Next, change the mode up here in the Options bar to Overlay, which you can do by pressing Shift+Alt+O or Shift+Option+O on the Mac, and then I want you to go ahead and paint over the sky and clouds, like so. Now notice that; that leaves some regions of the clouds dark and that's a good thing. We actually want that effect. So don't paint over those lower clouds the second time, one time is enough, but then you want to scribble over the top portion of the sky as many times as it takes in order to get that top area completely white.
If necessary, you can always press Shift+Alt+N or Shift+Option+N on a Mac to switch the Blend mode back to Normal and just go ahead and paint along the top of the sky, like so. So this is a pretty quick and dirty mask as you can see. I am going to press the M key to switch back to the Rectangle Marquee tool; I'll Ctrl+Click or Command+Click on that sky mask channel to convert it to a selection outline. Then I'll scroll up to the RGB image at the top of the Channels panel, switch back to the Layers panel, Alt+Click or Option+Click on the eye in front of the background layer in order to bring back all the other layers.
Make sure the rays' layer is active, as it is in my case, and then drop down to the Add layer mask icon at the bottom of the Layers panel and click on it, in order to produce this effect here. Now the effect is mitigated, but I would argue it's still fairly over the top. We need to drop out a few of the darkest colors in this layer using some advanced blending options. To get to them, go ahead and double- click in an empty portion of this layer below, for example, the word rays should do the trick, and that'll bring up the layer Style dialog box.
I want you to adjust the This layer slider. So we are going to grab the black slider triangle and crank it all the way up to 200, and that's going to make most of those rays completely disappear, and I am trying to get that value exactly to 200, just so that you and I are achieving more or less the same results. And your results will vary, by the way,. The reason your results are going to end up looking different than mine, is because the Clouds filter produces random effects every single time. Now I'll press the Alt key or the Option key on the Mac and drag the left half of this black slider triangle all the way down to let's say about 125, and then click OK in order to accept that effect.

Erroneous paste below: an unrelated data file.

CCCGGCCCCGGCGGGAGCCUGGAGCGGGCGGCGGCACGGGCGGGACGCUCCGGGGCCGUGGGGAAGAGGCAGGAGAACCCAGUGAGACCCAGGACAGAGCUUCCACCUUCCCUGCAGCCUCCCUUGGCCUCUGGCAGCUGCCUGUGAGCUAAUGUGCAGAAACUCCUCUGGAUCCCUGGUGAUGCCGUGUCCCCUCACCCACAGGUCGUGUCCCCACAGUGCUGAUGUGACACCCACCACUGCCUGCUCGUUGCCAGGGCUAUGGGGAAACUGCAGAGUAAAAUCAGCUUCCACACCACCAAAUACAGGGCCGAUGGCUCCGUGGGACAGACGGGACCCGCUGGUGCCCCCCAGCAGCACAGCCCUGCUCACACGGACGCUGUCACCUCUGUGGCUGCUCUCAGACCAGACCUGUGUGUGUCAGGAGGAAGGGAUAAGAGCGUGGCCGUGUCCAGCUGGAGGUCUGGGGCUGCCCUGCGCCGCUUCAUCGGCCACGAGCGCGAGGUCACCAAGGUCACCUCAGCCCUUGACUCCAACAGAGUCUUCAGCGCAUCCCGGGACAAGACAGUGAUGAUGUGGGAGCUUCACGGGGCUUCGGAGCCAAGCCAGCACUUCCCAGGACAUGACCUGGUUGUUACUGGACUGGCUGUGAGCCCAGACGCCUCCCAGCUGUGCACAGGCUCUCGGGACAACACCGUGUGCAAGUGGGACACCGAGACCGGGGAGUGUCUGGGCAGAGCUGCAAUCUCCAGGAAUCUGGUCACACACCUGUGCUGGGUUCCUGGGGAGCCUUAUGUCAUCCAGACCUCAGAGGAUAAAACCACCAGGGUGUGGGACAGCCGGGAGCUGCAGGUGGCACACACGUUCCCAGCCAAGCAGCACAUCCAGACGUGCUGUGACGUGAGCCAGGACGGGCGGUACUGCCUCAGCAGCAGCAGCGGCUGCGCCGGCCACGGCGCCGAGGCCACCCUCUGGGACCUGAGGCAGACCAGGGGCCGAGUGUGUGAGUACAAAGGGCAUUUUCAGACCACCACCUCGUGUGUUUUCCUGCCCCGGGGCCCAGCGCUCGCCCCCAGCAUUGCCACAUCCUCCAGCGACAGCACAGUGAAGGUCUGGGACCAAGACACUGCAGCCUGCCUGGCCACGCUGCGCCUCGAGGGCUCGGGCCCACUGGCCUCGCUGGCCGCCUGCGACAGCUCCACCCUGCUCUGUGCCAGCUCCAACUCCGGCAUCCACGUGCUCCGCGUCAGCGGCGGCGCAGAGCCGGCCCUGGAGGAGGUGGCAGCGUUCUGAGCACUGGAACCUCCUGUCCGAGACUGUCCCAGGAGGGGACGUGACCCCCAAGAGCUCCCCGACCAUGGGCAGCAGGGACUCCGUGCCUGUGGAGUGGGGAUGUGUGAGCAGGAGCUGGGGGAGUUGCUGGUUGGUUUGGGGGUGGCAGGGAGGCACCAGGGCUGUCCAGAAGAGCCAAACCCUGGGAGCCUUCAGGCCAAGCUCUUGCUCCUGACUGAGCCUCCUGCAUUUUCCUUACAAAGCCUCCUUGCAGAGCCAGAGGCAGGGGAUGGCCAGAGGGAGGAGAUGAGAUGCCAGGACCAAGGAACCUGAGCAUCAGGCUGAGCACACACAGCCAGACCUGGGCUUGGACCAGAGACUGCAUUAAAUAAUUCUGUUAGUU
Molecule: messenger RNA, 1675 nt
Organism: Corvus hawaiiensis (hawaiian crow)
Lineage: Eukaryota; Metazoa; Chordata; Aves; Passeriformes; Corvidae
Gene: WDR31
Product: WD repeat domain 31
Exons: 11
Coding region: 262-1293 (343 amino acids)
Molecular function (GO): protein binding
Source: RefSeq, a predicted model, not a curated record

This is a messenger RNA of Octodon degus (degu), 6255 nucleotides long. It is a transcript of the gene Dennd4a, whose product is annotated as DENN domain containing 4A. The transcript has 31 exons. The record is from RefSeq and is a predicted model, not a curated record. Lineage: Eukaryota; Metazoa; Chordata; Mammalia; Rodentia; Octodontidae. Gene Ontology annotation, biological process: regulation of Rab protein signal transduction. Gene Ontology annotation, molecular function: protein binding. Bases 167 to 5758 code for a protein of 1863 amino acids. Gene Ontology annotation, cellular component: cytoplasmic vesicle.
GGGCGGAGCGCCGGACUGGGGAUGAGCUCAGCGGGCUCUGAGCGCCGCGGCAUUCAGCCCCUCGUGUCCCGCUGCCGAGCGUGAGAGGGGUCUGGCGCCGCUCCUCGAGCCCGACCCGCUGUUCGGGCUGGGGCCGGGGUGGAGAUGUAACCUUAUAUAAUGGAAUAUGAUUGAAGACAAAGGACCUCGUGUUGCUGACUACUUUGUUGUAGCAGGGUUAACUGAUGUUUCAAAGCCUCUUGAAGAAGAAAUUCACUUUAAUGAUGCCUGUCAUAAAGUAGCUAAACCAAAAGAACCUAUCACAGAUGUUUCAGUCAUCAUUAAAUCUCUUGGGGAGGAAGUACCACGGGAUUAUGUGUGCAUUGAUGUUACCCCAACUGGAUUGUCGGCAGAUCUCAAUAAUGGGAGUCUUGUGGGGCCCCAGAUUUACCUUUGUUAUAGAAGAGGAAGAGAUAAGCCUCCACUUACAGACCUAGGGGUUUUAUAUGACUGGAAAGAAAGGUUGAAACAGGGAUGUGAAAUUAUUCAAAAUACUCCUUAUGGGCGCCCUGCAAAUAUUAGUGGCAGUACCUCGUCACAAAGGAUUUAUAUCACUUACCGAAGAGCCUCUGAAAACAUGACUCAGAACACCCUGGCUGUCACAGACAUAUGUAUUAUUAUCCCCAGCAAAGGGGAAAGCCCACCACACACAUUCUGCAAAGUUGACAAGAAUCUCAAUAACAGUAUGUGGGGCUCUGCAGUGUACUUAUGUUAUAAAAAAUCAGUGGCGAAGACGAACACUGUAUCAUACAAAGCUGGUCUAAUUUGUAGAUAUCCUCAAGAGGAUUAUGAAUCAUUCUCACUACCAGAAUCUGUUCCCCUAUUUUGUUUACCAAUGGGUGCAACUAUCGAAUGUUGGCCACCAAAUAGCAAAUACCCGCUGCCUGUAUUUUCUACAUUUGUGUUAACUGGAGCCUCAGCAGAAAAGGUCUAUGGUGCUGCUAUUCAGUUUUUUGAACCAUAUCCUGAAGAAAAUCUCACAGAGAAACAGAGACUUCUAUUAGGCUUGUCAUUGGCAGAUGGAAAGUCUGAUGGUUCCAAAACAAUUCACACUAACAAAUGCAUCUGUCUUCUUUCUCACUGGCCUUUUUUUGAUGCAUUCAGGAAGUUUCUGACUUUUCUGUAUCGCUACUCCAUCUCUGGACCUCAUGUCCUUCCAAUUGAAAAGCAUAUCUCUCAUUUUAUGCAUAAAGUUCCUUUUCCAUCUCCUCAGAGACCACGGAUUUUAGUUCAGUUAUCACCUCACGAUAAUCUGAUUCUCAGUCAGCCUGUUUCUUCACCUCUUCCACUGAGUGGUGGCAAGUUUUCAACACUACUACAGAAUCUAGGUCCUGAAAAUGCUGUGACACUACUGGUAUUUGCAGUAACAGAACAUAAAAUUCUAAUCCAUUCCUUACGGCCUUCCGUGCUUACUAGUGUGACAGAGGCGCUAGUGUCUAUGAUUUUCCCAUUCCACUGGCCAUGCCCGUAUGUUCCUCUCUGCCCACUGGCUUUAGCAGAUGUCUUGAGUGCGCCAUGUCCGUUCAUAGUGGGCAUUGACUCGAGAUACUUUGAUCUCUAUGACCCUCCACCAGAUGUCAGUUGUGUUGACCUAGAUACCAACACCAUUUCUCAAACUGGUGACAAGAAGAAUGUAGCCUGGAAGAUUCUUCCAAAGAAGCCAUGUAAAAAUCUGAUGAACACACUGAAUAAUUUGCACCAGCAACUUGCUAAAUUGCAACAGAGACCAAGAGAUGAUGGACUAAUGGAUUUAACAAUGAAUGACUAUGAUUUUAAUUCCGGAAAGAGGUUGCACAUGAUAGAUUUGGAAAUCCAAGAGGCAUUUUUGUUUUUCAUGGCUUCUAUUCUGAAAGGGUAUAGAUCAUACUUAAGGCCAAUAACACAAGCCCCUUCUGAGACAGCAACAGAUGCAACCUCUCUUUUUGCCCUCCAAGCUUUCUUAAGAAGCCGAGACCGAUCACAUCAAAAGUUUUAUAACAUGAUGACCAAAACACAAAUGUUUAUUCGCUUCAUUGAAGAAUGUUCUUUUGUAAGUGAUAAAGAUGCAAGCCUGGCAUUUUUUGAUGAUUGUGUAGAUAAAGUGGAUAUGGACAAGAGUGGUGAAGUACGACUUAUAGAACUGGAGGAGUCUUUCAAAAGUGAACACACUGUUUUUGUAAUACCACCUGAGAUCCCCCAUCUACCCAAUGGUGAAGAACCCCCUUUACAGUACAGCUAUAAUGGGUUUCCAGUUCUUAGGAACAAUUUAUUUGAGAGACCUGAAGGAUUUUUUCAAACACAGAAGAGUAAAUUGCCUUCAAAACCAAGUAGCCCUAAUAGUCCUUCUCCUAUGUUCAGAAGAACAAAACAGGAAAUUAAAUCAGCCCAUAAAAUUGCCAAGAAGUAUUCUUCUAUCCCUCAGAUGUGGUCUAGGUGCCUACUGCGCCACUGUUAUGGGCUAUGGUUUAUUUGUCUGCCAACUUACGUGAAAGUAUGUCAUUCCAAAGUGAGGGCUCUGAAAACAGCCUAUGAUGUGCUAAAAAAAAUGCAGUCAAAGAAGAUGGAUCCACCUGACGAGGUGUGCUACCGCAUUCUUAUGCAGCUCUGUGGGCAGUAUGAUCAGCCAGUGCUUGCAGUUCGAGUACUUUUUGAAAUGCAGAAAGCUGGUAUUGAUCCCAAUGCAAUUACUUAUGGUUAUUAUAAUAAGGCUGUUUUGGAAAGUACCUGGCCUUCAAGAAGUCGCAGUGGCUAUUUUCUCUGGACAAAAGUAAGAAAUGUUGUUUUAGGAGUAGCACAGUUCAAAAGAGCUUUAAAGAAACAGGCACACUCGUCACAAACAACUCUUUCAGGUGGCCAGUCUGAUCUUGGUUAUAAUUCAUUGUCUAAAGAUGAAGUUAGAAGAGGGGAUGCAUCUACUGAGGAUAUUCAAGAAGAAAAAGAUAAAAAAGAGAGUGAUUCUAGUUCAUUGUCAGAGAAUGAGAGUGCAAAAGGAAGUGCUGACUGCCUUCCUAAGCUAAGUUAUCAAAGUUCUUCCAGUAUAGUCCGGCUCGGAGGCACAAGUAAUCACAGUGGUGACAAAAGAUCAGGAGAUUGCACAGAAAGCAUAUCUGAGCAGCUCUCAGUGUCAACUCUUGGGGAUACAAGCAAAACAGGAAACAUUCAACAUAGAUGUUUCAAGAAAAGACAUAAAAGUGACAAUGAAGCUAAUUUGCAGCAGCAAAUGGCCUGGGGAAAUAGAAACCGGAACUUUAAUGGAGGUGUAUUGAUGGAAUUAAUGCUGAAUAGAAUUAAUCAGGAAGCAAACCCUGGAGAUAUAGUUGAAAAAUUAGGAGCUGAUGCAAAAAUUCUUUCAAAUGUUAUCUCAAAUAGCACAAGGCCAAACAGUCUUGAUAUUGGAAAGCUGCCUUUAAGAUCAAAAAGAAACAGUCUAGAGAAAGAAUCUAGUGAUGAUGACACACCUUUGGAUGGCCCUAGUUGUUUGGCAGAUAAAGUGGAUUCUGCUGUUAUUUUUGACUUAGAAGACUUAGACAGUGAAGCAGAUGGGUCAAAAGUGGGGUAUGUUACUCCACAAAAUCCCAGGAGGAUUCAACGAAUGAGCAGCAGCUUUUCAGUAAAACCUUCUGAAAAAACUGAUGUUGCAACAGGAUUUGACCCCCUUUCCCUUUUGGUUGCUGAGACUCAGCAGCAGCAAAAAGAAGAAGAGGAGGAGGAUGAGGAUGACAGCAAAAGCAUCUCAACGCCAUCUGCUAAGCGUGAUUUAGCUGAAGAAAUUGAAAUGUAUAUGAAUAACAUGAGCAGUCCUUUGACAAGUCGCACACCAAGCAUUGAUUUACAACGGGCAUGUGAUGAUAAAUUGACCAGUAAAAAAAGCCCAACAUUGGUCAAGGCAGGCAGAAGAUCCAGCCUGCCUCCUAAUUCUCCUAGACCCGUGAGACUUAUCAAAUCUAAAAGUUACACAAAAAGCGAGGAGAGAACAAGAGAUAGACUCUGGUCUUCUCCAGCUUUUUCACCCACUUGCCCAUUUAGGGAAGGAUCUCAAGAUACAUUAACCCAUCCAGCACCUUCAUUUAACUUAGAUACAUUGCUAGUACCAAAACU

Now we are getting this pretty interesting effect I think. It's not all together naturalistic by any stretch of the imagination. We need to do a little more work on the layer mask. So click on the layer mask thumbnail to make it active, and then I want you to switch once again to the Brush tool, because we are just going to apply some hand brushing effects and reduce the size of the cursor until it's about yay big. I did that by pressing the left bracket key, by the way, several times in a row. Then press the X key in order to switch your foreground color to black and I want you to paint roughly over this cloud, because this thing about these sort of lighting effects, they typically emerge from in back of a cloud and then there is typically a little bit of dark edge surrounding the cloud as well.